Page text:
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84 

 

II. COMPOSITION OF THE COMMISSION  

  

10. In accordance with article 165 (1) of the Convention, members of the Legal and Technical Commission are required to possess “appropriate qualifications such as those relevant to exploration for and exploitation and processing of mineral resources, oceanology, protection of the marine environment, or economic or legal matters relating to ocean mining and related fields of expertise”. There is no specific requirement in the Convention in relation to regional representation. Instead, the Convention simply provides that due account shall be taken of the need for equitable geographical distribution and the representation of special interests. 5    

11. The Council has taken various steps to ensure that the membership of the Commission reflect an appropriate balance of qualifications and expertise. For example, at the second election of the Commission (2001), the Council requested the Secretariat to provide the Council with an indication of the likely programme of work for the Commission prior to each session, so that members of the Council could make informed judgements on the type of qualifications needed for members of the Commission.  

12. At the twelfth session (2006), the outgoing Commission was asked to share with the Council its experience on the expertise required by the Commission for its effective functioning. In response, the Commission stated that there was a need to preserve as wide a range of disciplinary expertise as possible. It specifically noted the need for specialists in certain key disciplines, including marine biology, mining engineering and mining economics. The Commission further acknowledged that it was unlikely to be able to provide every type of expertise in order to fulfil its wide remit of work. For this reason, the Commission recalled that, when necessary, expertise had been sought outside the membership by the Secretariat to bring additional specialist knowledge and skills to its work. This practice was viewed as an essential process, which should continue.  

13. An information note on matters for consideration by the organs of the Authority has been circulated to all members of the Authority each year since 1997. The information note includes an overview of the workload of the Commission at each session of the Authority. Moreover, in 2004, and again in 2008, the Assembly approved three‐ year work programmes for the Authority, which also contain information on the activities of the Commission and the anticipated workload over the next three‐year period. Furthermore, at each session, the Council is informed of the work that the Commission carries out in a report that the Chairman of the Commission presents to the Council. The information provided indicates the nature of the expertise that the Commission needs in performing its activities.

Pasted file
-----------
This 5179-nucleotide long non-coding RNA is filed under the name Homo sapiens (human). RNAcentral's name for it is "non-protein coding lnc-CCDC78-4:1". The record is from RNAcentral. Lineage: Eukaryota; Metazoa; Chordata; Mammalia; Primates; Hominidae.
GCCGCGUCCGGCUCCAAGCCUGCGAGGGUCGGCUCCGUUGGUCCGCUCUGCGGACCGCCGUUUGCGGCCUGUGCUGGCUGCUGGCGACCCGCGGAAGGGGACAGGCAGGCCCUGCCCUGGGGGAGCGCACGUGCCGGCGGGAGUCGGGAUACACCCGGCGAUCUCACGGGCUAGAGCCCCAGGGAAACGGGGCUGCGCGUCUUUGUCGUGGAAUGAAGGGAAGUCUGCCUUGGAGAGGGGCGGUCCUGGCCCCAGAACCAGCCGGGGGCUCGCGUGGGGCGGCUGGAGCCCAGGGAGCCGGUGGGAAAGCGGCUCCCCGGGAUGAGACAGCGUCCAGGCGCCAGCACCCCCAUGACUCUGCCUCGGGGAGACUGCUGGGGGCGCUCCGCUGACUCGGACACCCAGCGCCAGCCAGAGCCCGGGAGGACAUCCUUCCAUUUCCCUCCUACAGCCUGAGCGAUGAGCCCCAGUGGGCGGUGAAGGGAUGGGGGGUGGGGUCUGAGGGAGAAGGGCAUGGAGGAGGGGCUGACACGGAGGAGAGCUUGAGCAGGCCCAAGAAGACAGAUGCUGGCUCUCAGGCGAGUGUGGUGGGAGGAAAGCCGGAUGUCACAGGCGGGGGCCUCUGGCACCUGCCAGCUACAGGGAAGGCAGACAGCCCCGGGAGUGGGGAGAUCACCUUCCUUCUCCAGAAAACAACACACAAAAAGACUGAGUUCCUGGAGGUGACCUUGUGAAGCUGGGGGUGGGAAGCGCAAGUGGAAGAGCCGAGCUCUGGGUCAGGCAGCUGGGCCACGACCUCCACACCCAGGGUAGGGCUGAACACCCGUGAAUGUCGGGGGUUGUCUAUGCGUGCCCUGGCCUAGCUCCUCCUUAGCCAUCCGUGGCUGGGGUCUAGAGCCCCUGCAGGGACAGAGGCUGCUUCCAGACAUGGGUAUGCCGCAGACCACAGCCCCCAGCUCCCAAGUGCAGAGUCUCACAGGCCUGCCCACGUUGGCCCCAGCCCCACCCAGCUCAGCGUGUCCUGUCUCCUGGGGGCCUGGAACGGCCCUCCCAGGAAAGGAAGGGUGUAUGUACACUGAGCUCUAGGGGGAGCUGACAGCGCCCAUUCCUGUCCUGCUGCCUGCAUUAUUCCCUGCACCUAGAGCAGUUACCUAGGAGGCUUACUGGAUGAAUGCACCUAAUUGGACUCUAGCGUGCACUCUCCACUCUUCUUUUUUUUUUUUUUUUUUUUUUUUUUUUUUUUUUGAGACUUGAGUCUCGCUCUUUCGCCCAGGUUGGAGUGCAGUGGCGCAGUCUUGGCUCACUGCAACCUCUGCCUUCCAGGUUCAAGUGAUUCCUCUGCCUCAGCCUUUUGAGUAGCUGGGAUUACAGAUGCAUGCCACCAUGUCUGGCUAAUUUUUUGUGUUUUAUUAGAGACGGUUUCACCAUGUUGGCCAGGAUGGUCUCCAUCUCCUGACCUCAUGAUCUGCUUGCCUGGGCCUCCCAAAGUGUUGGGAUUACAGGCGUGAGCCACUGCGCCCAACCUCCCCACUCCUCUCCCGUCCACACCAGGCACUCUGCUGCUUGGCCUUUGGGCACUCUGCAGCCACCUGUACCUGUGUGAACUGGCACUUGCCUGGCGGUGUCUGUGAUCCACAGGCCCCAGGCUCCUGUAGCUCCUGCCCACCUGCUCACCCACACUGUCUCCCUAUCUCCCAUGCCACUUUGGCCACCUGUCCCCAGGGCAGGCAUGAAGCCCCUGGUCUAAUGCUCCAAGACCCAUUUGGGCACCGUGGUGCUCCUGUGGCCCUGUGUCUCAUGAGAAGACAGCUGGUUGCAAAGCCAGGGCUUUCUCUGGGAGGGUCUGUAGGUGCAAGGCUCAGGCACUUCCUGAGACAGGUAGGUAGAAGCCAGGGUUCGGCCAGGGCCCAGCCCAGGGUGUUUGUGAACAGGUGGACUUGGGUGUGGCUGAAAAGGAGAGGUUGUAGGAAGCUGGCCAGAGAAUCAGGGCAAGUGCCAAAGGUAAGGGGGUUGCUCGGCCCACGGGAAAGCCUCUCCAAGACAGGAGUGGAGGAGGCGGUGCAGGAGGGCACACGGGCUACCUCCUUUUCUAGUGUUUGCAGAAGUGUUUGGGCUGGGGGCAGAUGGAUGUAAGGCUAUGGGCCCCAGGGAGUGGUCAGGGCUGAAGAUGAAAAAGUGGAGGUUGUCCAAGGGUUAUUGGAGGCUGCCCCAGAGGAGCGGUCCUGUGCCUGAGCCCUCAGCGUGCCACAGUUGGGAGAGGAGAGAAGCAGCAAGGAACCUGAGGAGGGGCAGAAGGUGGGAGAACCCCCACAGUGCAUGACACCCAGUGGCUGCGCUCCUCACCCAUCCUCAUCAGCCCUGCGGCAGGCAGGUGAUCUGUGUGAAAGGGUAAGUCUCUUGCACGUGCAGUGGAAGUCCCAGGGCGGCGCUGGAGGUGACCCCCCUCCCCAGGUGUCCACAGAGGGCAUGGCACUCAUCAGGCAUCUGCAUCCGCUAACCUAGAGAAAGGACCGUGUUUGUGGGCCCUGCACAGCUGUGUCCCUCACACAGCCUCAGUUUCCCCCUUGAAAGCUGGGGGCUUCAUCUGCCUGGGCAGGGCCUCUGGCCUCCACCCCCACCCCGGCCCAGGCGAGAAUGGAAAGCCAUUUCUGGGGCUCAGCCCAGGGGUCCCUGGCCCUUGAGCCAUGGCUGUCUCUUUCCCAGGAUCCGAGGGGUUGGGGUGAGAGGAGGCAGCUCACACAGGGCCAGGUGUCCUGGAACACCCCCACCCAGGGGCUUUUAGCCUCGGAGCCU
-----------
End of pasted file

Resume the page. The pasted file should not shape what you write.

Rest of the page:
14. In practice, it is evident that the members of the Commission have been drawn from a wide variety of disciplines, including law, marine biology, geochemistry, oceanography, geology, geophysics and engineering. It is also true, however, that some disciplines that may be of relevance to the work of the Authority, including mineral economics and commercial mining, have not been well represented on the Commission.   

15. One issue to consider is the desirability of continuity in the membership of the Commission. Although members of the Commission may be re‐elected for a second term, and many members have in fact served two terms of office, there is no provision to ensure continuity of membership as a whole. This may cause difficulties where, for example, an election is held when the Commission is part‐way through dealing with a particular issue on which specialist knowledge is required. Because the entire membership of the Commission changes, there is very little continuity and changes in the balance of expertise on the Commission may then cause a delay in producing recommendations for the Council to consider. The system in many other bodies, including the Council itself, as well as the International Tribunal for the Law of the Sea, is for one half or one third of the membership to change at each election so that there is continuity of membership.  

   

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5.  See article 163 (4) of the Convention.

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